This is a process in which a "facilitator" supports the hand or arm of a severely handicapped person who spells out a message using a typewriter, a computer keyboard, or other device containing a list of letters, numbers, or words. It is alleged to help individuals strike the keys they desire without influencing the choice of keys. Some speech therapists and other special-education providers are using this procedure for nonverbal individuals with autism or severe mental retardation. Proponents claim that it enables such individuals to communicate. However, many scientific studies have demonstrated that the procedure is not valid because the outcome is actually determined by the "facilitator." In one study, for example, autistic patients and facilitators were shown pictures of familiar objects and asked to identify them under three types of conditions: (a) assisted typing with facilitators unaware of the content of the stimulus picture, (b) unassisted typing, and (c) a condition in which the participants and facilitators were each shown pictures at the same time. In this last condition the paired pictures were either the same or different, and the participant's typing was "facilitated" to label or describe the picture. No patient gave a correct response when the facilitator had not been shown the picture. The researchers concluded that the facilitators were not aware that they were influencing the patients . The American Psychological Association has denounced facilitated communication and warned that using it to elicit accusations of abuse by family members or other caregivers threatens the civil rights of both the impaired individual and those accused . In 1994, the FTC settled charges that two companies had made false and unsubstantiated claims about "facilitated communication" devices they had marketed.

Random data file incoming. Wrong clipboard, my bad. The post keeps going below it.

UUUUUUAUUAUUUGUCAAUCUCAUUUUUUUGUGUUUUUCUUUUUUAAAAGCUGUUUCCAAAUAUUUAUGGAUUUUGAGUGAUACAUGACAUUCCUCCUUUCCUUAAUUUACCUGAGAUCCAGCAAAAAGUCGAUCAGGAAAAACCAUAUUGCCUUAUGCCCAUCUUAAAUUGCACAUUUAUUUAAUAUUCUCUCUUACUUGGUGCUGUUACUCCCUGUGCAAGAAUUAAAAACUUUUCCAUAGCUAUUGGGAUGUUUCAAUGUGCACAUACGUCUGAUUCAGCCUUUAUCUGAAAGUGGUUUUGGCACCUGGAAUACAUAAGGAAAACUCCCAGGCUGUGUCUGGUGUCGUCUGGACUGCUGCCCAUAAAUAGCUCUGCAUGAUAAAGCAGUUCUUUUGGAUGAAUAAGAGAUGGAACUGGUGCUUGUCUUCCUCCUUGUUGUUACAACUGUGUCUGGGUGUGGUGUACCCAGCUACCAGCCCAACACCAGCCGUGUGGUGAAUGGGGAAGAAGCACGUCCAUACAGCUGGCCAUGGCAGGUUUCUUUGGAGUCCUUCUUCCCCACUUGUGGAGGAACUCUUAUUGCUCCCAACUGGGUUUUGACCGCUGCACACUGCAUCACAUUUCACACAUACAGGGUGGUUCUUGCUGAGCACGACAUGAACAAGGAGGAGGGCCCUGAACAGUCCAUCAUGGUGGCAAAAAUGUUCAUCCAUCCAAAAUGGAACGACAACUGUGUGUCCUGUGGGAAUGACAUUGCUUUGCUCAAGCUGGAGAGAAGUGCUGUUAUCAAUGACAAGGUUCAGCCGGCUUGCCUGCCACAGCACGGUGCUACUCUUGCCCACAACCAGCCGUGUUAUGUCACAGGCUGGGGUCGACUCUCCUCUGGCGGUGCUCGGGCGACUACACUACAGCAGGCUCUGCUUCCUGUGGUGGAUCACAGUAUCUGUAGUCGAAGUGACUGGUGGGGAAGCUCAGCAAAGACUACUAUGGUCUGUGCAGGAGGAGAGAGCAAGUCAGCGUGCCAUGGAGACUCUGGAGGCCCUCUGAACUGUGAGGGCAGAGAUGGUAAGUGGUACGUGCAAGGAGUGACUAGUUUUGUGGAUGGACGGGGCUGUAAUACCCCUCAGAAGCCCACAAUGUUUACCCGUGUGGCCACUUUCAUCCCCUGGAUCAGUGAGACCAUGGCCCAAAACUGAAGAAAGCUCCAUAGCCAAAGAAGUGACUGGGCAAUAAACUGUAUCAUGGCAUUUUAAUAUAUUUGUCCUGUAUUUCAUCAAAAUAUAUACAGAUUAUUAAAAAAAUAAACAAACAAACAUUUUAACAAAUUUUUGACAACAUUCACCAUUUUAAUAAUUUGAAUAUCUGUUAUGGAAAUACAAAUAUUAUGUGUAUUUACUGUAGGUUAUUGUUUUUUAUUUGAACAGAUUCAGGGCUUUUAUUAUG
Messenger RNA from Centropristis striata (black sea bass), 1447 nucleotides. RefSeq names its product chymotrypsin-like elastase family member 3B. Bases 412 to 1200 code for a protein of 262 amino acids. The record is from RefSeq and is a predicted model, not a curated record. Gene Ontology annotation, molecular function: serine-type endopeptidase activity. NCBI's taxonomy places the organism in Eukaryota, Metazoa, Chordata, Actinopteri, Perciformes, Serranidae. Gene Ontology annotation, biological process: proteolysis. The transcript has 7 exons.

American Academy of Pediatrics Committee on Children with Disabilities. Auditory integration training and facilitated communication for autism. Pediatrics 102:431-433, 1998.

Mulick JA and others. Anguished silence and helping hands: Autism and facilitated communication. Skeptical Inquirer 17:270-280, 1993.